Learn by doing.
See how learning continues outside the classroom through the hands-on training at the Denison Museum.
Meet the interns that work side by side with museum staff and gain invaluable experience for life after Denison.
Archive for ‘April, 2015’ Blog
Learn by doing.
It’s fascinating to think about the things that get lost in spans of time both short and long; instances long forgotten, brushed over, overlooked, products of decisions and choices that in their active act of selecting one thing saw to the neglect of countless others. This act can be found with something as little as picking one clearance t-shirt at the Gap among racks of dozens or what picture to slide into a frame, acts that create a lineage of our own personal histories, the composition of our being, eventually forming the canons in which we decide exactly what is significant and noteworthy, and conversely, what is inconsequential. Let’s expand this anecdote to the history we find in textbooks and museums, those that encapsulate a vision of grandeur and triumph and perfection. If I choose to omit details of my life to form a better picture of myself than imagine the amount of things left behind in order to shape our understanding of historical time and its manifestation in material culture. Of course, so much is lost.
Working in a museum, a lot of choices get made: what to exhibit, what to conserve, what to research. Sometimes these choices are intentional and products of business, but when you’re faced with shelf upon shelf and drawer after drawer, endless “stuff,” things get forgotten on the basis that they get pushed to the back or fall behind a cabinet. These are all practical excuses for our forgetfulness and neglect, and besides, it would be impossible to give attention and consideration to everything around us. Therefore, it becomes clear that some things will always have the privilege of sticking out, while others owe their privilege to being discovered.
Last summer, during the museum’s extensive inventory and archival project made possible by The Institute of Museum and Library Sciences (IMLS), staff and students had the privilege to do just that, discover, an effort that resulted in a curious find. Pushed to the back of on our storage racks, a little disheveled, knocked over, and lonely, was the statue pictured, and its in gleaming abstraction and contrasting materials we had some intuition that perhaps it was unfairly pushed aside through staff changes, new acquisitions, and the like. After plugging in some numbers into our database, checking inventory cards, and perusing through donor records we found out that the statue was one of Sir Jacob Epstein, noteworthy British sculptor of the Modernist period, a contemporary of Brancusi, in fact. The subject of the sculpture is Iris Beerbohm Tree, in which the sculpture is aptly titled after; poetess and notorious muse to the cubists and futurists, literarians, and really, any of the intellectual “who’s who’s” of the Modern period. While the subject of the sculpture is enough to pique interest, let alone the network of suave artists behind the piece that make any art historian like myself weak at the knees, the provenance and life of the sculpture brings Denison Museum in connection to one of the most renowned museums in the world, the Tate Britain.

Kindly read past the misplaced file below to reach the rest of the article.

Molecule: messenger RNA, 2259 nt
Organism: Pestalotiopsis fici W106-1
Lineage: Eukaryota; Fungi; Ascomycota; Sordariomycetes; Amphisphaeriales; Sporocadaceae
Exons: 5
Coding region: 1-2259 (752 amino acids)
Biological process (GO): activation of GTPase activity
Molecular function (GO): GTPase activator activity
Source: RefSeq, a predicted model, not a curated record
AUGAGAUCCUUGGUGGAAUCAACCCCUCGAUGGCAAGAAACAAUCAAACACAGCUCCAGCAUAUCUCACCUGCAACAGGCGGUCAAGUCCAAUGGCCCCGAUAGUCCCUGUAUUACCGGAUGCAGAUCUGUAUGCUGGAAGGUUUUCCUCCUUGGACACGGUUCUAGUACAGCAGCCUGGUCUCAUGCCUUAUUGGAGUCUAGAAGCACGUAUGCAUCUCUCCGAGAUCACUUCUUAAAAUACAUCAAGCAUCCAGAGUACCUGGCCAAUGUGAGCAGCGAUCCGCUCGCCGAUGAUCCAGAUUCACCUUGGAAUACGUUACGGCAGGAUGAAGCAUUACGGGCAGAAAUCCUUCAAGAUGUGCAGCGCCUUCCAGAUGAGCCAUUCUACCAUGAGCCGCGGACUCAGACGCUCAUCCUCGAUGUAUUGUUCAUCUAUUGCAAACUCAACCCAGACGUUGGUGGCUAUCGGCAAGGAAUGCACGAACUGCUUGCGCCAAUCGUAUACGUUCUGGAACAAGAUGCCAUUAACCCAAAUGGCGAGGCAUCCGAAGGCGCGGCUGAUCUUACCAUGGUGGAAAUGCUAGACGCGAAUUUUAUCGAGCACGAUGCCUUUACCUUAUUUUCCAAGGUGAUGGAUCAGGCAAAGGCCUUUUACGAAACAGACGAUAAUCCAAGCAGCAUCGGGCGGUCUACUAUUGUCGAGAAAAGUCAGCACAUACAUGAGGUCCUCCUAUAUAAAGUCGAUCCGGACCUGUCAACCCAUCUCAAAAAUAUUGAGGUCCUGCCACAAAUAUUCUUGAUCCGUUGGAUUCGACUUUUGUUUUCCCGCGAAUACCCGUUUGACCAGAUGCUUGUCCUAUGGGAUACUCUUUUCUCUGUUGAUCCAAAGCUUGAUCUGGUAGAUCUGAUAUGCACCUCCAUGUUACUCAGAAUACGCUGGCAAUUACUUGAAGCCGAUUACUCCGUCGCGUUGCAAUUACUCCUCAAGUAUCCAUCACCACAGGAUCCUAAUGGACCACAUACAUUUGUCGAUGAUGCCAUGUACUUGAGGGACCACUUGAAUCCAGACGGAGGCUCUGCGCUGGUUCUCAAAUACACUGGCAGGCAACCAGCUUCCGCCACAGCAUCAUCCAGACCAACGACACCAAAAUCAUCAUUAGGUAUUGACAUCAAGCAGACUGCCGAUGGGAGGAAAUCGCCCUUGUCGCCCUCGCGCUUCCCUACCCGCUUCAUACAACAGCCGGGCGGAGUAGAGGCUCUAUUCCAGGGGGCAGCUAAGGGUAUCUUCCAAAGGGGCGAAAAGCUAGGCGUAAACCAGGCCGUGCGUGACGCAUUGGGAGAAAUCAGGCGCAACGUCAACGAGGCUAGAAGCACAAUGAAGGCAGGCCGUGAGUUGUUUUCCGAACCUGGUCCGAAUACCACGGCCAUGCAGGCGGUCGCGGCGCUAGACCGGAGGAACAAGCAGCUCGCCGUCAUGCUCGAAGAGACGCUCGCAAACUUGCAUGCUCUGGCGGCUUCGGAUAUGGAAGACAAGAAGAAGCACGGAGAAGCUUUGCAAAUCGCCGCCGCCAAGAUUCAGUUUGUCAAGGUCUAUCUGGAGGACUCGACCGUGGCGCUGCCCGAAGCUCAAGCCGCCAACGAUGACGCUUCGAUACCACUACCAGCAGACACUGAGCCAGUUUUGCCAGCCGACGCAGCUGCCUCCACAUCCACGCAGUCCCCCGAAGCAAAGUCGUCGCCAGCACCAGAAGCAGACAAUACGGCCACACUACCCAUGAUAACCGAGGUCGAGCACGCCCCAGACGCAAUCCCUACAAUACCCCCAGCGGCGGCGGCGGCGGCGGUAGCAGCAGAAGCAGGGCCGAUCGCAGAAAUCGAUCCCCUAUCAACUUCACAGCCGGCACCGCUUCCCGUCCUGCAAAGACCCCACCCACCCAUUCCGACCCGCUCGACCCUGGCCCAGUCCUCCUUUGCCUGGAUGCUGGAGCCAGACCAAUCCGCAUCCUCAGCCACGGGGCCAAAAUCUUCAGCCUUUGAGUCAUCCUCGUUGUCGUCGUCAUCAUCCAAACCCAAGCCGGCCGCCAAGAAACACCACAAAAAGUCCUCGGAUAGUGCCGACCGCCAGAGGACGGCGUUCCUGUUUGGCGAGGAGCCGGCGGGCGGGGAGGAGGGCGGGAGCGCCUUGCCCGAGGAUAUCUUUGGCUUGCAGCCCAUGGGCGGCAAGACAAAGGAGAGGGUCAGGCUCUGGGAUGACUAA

As it turns out, in 1915, Epstein created two identical busts of “Iris,” one of which we own, the other, on display at the Tate. Using the Tate’s online meta-data, our own exhibition archives, and some tertiary biographies on the sculptor, we can trace the path of each of the two original casts of “Iris Beerbohm Tree.” The Tate’s sculpture was bought directly from Epstein from a woman named Dorothy Schmidt, later donated to the gallery. Denison’s cast was purchased by John Quinn, an American lawyer who, between 1902 and his death in 1924, established a reputation as one of the most important collectors of European avant-garde art.
After Quinn’s death in 1924, his entire collection was dispersed. Epstein’s entered public collections in the United States and Canada, but the remainder remained in private collections or remained in the hands of dealers. Finally in 1947 “Iris” was sold to Edmund Burke, trustee of Denison, founder of the university’s art collection, and benefactor to a visual and performing arts center here at Denison – does Burke Hall sound familiar?
I’ve summarized the path of these two sculptures for brevities sake, but in the spirit of discovery, it’s fascinating to consider the homes and hands not only these artworks have passed through, but really most materials and objects that surround us. Some things will always get buried or washed away in our day-to-day, but that’s not to say that they can’t be uncovered or given some fresh air. With that said and “Iris” in mind, we have one mystery solved, 8,000 to go.
-Marisa Zemesarajs ’15
Watch as guest speaker Nicholas Powers, Professor, English, SUNY Old Westbury gives a gallery talk on the work of Kara Walker at the Denison Museum.
Thursday, February 12th, 2015
Denison Museum, Burke Hall
How are we taught to read power? When studying Kara Walker’s work, inevitably the question turns from the art itself to how we, the audience, “see” racism. The goal of this gallery talk is to foreground the production of cultural space and the regimes of reading around racial imagery. Does the space that her work encourage awareness of the historical trauma that is the very source of the art? Or does it recreate the dynamics of racism by offering a spectacle of sexual violence?
Opening reception: Spring Art Exhibitions 2015
Watch the fun of the opening reception of our three spring exhibitions: Recollections: Jazz photographs by Herman Leonard; A Time Most “Un”Civil; Dressing Difference: Exploring Burma’s Ethnicities.
In collaboration with the DU Art Collective, 91.1 FM WDUB: The Doobie, LNO, and the DUwop.
Wednesday,February 11th, 2015
Burke Hall, Denison Museum